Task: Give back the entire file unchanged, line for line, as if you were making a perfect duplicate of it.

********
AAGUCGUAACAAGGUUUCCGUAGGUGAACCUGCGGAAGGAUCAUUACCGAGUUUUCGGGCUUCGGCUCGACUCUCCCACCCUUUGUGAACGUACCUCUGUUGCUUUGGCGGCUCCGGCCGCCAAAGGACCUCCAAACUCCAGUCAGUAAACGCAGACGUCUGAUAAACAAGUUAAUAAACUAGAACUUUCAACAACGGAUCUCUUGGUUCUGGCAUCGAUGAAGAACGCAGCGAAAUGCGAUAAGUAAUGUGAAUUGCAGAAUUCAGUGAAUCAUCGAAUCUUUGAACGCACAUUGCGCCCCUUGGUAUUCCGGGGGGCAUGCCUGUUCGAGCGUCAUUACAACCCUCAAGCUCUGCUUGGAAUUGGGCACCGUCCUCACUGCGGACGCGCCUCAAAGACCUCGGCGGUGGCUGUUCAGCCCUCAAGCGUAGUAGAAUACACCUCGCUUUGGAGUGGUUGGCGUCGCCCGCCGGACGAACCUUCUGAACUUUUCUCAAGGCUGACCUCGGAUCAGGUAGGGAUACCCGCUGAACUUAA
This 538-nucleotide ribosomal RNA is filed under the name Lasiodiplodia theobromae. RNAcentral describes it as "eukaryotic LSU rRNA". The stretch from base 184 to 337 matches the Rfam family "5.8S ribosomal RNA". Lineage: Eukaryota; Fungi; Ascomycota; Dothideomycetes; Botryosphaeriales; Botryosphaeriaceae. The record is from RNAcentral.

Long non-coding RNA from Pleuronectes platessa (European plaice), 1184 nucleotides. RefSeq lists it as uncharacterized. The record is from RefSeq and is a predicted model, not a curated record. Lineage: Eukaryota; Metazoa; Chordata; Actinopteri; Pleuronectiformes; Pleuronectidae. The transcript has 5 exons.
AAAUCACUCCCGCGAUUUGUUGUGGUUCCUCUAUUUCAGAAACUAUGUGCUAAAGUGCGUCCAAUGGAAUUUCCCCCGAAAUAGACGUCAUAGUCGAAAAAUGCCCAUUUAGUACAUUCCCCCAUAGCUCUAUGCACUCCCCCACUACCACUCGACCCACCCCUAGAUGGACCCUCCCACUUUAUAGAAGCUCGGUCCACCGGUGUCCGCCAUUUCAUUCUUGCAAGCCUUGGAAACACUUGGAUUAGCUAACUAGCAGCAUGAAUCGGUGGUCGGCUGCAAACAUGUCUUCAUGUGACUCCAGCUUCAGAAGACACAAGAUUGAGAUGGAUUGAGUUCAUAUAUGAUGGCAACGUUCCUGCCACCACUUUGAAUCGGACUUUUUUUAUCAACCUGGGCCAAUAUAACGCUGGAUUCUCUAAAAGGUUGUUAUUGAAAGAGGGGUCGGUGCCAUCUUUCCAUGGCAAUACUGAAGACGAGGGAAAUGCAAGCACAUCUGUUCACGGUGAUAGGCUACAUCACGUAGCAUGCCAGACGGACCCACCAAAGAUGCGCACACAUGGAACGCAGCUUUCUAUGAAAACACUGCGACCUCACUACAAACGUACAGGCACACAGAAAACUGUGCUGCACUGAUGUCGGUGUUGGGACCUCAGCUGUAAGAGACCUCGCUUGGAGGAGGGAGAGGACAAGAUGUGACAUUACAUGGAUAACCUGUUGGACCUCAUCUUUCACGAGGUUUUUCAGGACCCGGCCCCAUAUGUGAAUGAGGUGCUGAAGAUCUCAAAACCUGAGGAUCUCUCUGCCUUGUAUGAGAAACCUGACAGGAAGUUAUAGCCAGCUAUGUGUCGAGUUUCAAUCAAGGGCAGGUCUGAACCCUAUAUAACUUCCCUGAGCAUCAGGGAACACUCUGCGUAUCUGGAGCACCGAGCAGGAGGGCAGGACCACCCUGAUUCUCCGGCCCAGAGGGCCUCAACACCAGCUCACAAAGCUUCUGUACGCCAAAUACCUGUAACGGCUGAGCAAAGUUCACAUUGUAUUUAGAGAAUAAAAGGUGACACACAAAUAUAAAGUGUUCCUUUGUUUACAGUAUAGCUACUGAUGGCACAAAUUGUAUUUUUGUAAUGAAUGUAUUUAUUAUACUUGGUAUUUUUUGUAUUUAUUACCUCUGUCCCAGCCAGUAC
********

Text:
AAGUCGUAACAAGGUUUCCGUAGGUGAACCUGCGGAAGGAUCAUUACCGAGUUUUCGGGCUUCGGCUCGACUCUCCCACCCUUUGUGAACGUACCUCUGUUGCUUUGGCGGCUCCGGCCGCCAAAGGACCUCCAAACUCCAGUCAGUAAACGCAGACGUCUGAUAAACAAGUUAAUAAACUAGAACUUUCAACAACGGAUCUCUUGGUUCUGGCAUCGAUGAAGAACGCAGCGAAAUGCGAUAAGUAAUGUGAAUUGCAGAAUUCAGUGAAUCAUCGAAUCUUUGAACGCACAUUGCGCCCCUUGGUAUUCCGGGGGGCAUGCCUGUUCGAGCGUCAUUACAACCCUCAAGCUCUGCUUGGAAUUGGGCACCGUCCUCACUGCGGACGCGCCUCAAAGACCUCGGCGGUGGCUGUUCAGCCCUCAAGCGUAGUAGAAUACACCUCGCUUUGGAGUGGUUGGCGUCGCCCGCCGGACGAACCUUCUGAACUUUUCUCAAGGCUGACCUCGGAUCAGGUAGGGAUACCCGCUGAACUUAA
This 538-nucleotide ribosomal RNA is filed under the name Lasiodiplodia theobromae. RNAcentral describes it as "eukaryotic LSU rRNA". The stretch from base 184 to 337 matches the Rfam family "5.8S ribosomal RNA". Lineage: Eukaryota; Fungi; Ascomycota; Dothideomycetes; Botryosphaeriales; Botryosphaeriaceae. The record is from RNAcentral.

Long non-coding RNA from Pleuronectes platessa (European plaice), 1184 nucleotides. RefSeq lists it as uncharacterized. The record is from RefSeq and is a predicted model, not a curated record. Lineage: Eukaryota; Metazoa; Chordata; Actinopteri; Pleuronectiformes; Pleuronectidae. The transcript has 5 exons.
AAAUCACUCCCGCGAUUUGUUGUGGUUCCUCUAUUUCAGAAACUAUGUGCUAAAGUGCGUCCAAUGGAAUUUCCCCCGAAAUAGACGUCAUAGUCGAAAAAUGCCCAUUUAGUACAUUCCCCCAUAGCUCUAUGCACUCCCCCACUACCACUCGACCCACCCCUAGAUGGACCCUCCCACUUUAUAGAAGCUCGGUCCACCGGUGUCCGCCAUUUCAUUCUUGCAAGCCUUGGAAACACUUGGAUUAGCUAACUAGCAGCAUGAAUCGGUGGUCGGCUGCAAACAUGUCUUCAUGUGACUCCAGCUUCAGAAGACACAAGAUUGAGAUGGAUUGAGUUCAUAUAUGAUGGCAACGUUCCUGCCACCACUUUGAAUCGGACUUUUUUUAUCAACCUGGGCCAAUAUAACGCUGGAUUCUCUAAAAGGUUGUUAUUGAAAGAGGGGUCGGUGCCAUCUUUCCAUGGCAAUACUGAAGACGAGGGAAAUGCAAGCACAUCUGUUCACGGUGAUAGGCUACAUCACGUAGCAUGCCAGACGGACCCACCAAAGAUGCGCACACAUGGAACGCAGCUUUCUAUGAAAACACUGCGACCUCACUACAAACGUACAGGCACACAGAAAACUGUGCUGCACUGAUGUCGGUGUUGGGACCUCAGCUGUAAGAGACCUCGCUUGGAGGAGGGAGAGGACAAGAUGUGACAUUACAUGGAUAACCUGUUGGACCUCAUCUUUCACGAGGUUUUUCAGGACCCGGCCCCAUAUGUGAAUGAGGUGCUGAAGAUCUCAAAACCUGAGGAUCUCUCUGCCUUGUAUGAGAAACCUGACAGGAAGUUAUAGCCAGCUAUGUGUCGAGUUUCAAUCAAGGGCAGGUCUGAACCCUAUAUAACUUCCCUGAGCAUCAGGGAACACUCUGCGUAUCUGGAGCACCGAGCAGGAGGGCAGGACCACCCUGAUUCUCCGGCCCAGAGGGCCUCAACACCAGCUCACAAAGCUUCUGUACGCCAAAUACCUGUAACGGCUGAGCAAAGUUCACAUUGUAUUUAGAGAAUAAAAGGUGACACACAAAUAUAAAGUGUUCCUUUGUUUACAGUAUAGCUACUGAUGGCACAAAUUGUAUUUUUGUAAUGAAUGUAUUUAUUAUACUUGGUAUUUUUUGUAUUUAUUACCUCUGUCCCAGCCAGUAC